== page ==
A “Quick and Dirty” Request
If you work in IT, at some point you have probably been asked by your boss to build a “quick and dirty” proof of concept (POC) for them. You think to yourself, this will be done in a day or so. You build it as quickly and simply as you can. You run virtualization, so the server build is quick and easy. (It's a lot harder if your infrastructure is not virtualized - then you have to scrounge up whatever hardware you can find.) You tell your boss you can have it ready by the end of the day.
You probably can’t get licenses in that time, but no big deal – you can just use evals for now. Sure, Adobe asks you to update Flash every three minutes, Windows isn’t activated yet, and you have 150 Windows Updates ready to apply at the next reboot. But you can finish the POC way before these issues become a problem.
The Cost of Victory
So what happens now? First, let’s assume your POC worked (it probably will if you have survived in IT this long). Your boss is thrilled, you get kudos, and you think life is beautiful. BE WARNED!!! You may be about to enter “The Night of the Living Proof of Concept!”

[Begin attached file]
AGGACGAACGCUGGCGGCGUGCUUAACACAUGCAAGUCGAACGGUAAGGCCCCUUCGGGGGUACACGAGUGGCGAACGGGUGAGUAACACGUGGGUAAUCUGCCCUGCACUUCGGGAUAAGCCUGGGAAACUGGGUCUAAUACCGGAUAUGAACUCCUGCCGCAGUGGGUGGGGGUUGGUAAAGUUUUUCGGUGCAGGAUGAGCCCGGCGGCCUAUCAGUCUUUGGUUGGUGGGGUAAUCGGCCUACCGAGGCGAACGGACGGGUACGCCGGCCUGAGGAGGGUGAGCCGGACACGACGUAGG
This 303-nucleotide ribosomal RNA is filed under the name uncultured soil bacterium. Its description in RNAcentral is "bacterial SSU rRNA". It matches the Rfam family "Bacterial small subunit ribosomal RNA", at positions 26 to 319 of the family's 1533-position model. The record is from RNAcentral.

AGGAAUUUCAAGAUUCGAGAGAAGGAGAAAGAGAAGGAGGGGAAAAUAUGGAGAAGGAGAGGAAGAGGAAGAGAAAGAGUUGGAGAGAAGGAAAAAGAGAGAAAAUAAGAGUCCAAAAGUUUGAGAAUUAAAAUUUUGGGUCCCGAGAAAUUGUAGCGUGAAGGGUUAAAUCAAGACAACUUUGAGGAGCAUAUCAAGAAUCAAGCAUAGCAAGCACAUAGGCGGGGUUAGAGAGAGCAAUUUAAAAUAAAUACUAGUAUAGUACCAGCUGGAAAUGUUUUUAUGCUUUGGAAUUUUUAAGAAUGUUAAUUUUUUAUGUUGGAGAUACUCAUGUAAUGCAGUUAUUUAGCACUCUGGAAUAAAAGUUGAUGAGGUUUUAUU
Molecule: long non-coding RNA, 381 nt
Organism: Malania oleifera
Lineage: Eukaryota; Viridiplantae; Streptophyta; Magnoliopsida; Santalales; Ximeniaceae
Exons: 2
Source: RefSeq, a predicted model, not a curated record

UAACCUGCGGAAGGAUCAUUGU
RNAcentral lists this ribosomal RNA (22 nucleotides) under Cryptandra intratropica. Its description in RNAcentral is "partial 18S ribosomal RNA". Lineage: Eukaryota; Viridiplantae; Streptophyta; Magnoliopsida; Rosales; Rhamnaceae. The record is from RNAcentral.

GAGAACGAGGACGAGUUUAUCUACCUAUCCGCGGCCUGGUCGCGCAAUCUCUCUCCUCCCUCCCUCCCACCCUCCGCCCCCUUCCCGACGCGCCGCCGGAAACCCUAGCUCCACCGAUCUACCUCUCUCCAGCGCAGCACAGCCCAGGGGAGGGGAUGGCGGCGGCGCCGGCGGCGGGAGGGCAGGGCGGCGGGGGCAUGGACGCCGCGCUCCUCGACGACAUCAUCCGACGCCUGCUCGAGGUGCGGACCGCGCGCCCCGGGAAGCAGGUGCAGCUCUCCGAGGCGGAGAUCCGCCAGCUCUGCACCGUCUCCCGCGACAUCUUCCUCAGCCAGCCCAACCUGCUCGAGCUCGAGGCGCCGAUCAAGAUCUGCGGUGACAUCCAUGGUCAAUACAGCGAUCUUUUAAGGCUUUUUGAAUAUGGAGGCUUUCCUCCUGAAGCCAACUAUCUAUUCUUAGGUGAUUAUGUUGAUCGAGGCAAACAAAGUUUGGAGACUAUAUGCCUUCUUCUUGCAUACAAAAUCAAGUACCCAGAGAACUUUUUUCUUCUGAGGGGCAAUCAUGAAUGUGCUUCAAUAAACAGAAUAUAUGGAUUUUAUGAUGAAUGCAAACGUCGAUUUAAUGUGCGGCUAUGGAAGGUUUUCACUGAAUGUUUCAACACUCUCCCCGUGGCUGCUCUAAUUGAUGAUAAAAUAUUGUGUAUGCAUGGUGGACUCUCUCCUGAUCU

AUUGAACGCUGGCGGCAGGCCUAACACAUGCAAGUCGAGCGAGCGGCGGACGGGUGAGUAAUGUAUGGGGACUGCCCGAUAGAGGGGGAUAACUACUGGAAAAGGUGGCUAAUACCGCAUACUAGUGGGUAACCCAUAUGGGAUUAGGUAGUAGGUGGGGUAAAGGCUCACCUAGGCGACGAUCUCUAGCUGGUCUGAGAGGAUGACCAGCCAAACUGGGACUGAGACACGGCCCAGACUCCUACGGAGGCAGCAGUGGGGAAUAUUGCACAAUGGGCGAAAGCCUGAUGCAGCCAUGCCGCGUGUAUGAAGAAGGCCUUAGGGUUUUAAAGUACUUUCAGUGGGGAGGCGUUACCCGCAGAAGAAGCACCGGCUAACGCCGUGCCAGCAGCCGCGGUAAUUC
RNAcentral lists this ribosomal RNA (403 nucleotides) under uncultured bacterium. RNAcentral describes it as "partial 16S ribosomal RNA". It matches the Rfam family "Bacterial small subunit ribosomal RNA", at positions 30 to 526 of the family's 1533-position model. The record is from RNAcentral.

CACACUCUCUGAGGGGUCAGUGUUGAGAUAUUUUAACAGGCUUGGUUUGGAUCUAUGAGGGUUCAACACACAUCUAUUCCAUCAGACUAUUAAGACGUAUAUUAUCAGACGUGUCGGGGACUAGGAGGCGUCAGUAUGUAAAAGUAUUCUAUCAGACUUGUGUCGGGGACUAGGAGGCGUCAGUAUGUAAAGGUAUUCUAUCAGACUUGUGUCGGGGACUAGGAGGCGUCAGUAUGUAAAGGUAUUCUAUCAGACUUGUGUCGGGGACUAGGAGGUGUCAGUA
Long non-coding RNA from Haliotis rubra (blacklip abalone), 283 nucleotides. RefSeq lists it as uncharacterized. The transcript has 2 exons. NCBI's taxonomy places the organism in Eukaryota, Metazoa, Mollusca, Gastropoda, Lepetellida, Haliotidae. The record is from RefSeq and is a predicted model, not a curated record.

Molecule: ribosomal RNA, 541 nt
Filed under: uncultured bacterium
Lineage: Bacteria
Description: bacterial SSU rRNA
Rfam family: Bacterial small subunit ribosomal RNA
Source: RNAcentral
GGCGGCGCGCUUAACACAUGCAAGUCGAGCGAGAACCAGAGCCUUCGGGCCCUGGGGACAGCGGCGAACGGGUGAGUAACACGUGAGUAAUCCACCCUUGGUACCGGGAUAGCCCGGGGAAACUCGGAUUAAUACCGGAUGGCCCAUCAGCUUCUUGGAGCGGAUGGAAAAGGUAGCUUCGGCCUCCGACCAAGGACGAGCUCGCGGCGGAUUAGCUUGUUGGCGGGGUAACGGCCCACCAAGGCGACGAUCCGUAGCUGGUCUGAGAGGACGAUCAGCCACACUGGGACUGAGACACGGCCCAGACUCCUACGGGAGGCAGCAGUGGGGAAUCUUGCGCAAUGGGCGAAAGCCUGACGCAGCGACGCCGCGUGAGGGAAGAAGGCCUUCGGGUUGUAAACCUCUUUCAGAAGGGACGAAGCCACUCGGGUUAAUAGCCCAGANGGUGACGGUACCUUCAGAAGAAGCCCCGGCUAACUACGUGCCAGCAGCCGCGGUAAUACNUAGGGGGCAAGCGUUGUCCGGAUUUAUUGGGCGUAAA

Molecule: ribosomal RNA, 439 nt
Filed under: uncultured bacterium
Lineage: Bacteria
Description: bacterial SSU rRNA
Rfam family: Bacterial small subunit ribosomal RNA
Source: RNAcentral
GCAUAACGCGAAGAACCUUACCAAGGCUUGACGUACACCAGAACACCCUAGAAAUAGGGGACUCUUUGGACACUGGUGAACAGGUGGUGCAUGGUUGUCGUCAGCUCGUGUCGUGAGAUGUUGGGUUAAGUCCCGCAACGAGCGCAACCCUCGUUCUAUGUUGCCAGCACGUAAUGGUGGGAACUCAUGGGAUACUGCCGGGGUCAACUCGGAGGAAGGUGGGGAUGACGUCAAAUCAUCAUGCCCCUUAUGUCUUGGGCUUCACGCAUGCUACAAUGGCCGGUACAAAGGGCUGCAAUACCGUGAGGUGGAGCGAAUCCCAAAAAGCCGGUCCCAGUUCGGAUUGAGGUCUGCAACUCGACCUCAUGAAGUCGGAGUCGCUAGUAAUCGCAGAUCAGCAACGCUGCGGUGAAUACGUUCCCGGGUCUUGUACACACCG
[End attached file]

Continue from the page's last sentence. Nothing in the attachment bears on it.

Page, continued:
Your boss liked it SO much that he has to show it to the CIO. Suddenly it has to be perfect! It has to boot in seconds, and run faster than you can click your mouse. You can’t have any more annoying software update or activation messages displaying. By the way, that key meeting is tomorrow morning. Your boss says, spruce it up this afternoon and everything will be fine.
So you work all night, clean up the interface, and speed things up by throwing all your remaining virtual hardware at the solution. Your virtual infrastructure is on the brink of collapse, but the POC is running like a top.
You wait with bated breath for the CIO demo to finish so you can turn off the POC and get your environment back. But your boss has GREAT news! The CEO and CFO were at the CIO demo, and they LOVED it! In fact, they plan to use it every day – and some nights and weekends too!
THE NIGHTMARE HAS BEGUN!!!
An Ounce of Prevention
Not every POC will blossom into a core business critical application overnight. But you should tell your boss the limitations of your POC environment at the beginning, to cut down on the “surprise” factor. Most bosses don’t like surprises. And, if/when the CIO meeting comes up, tell your boss the limitations again – in an email! That way, your boss can decide whether to postpone the meeting to give you time to prepare the POC appropriately.
Finally, at your next budgeting cycle ask for excess capacity in your virtualization environment. Show your boss the email you sent about the CIO meeting. It may be one of the easiest budgeting cycles you will ever have!